Microsoft began its push into the livestream space in March with the launch of Beam, the company’s own service that could rival Twitch due to its focus on low latency and interaction between player and viewers. Today more features are coming to Beam, along with a new name for the service.
From now on, the service will be known as "Mixer," and the name change was made to emphasize the need to share content across Microsoft’s multiple platforms, which include the Xbox One, Windows 10 PCs, and even mobile devices. If you already use Mixer, you can try out some new features today, including co-streaming, which will allow you to broadcast four different streams on one channel. If you’re playing a game with three friends, this feature will let you show the perspective of each player simultaneously. However, co-streaming also works when you and your friends are playing different games.
If you’re looking for new content to watch, you can check out the new “Channel One.” The moderated channel serves as a starting point for newcomers to see the many broadcasts on Mixer at any given point in the day. If that’s enough, you can go to the new dedicated Mixer page on the Xbox dashboard and find the content you want based on a specific broadcaster or game.
Most streaming content today is through a console or PC, but Mixer will also let you stream from your phone with the beta version of its Mixer Create app. For now, you can only self-broadcast, or in other words, stream what you’re seeing through the phone’s camera. However, the Mixer team plans to implement a feature sometime in the future that will allow you to stream your mobile gameplay onto Mixer. The mobile gaming stream will also work with co-streaming so that you can continue to share your content on mobile while your friends play on PC or on the Xbox One.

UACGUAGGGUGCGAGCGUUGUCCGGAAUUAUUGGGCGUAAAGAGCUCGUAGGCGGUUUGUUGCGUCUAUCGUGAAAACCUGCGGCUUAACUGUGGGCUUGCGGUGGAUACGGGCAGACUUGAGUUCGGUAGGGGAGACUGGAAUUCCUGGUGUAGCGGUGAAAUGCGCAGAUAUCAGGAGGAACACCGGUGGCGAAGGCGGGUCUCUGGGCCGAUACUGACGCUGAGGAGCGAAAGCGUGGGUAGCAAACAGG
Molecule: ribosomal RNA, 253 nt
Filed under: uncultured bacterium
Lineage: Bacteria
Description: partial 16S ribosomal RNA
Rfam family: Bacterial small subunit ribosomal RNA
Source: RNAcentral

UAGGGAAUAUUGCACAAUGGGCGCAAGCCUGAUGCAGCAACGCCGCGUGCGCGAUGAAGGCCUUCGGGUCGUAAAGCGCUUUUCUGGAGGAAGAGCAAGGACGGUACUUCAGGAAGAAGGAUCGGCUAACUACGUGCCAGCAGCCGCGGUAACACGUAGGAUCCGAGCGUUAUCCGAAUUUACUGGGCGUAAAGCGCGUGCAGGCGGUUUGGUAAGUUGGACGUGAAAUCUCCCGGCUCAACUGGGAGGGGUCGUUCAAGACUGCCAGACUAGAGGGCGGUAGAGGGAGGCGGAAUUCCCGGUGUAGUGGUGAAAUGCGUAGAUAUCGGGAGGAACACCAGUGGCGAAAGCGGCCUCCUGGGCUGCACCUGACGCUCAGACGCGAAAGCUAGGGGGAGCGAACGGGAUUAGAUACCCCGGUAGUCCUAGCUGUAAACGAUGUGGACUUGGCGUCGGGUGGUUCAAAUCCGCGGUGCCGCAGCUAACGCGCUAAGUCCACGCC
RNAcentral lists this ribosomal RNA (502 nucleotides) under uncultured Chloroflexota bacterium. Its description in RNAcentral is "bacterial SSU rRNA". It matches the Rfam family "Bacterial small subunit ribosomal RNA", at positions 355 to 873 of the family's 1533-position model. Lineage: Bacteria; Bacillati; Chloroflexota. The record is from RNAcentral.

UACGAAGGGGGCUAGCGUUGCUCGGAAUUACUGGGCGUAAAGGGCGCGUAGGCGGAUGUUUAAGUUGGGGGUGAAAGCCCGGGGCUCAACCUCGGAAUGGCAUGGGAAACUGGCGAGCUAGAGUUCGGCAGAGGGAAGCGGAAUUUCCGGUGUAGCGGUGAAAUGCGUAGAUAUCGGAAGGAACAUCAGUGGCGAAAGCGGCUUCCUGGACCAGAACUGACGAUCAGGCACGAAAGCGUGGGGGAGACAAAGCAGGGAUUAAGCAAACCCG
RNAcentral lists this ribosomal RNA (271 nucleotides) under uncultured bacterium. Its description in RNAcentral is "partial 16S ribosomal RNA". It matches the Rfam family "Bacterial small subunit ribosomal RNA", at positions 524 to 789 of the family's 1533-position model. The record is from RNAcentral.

To celebrate the new name and features, Microsoft will also hold multiple events on its Mixer channel starting at 11am PDT today that includes multiple game tournaments, highlights from the esports world, and a fireworks show at 9 pm PDT to conclude. The fireworks show will be different in that users can determine which rockets to launch into the sky. In order to provide your own input on the show, you’ll need to use Sparks, which you can earn by watching (you gain two Sparks per minute that you watch a Mixer stream) and by participating in interactive sessions throughout a livestream.
If you haven’t tried Mixer yet, you can check out our preview of its earlier version (when it was called Beam) at GDC.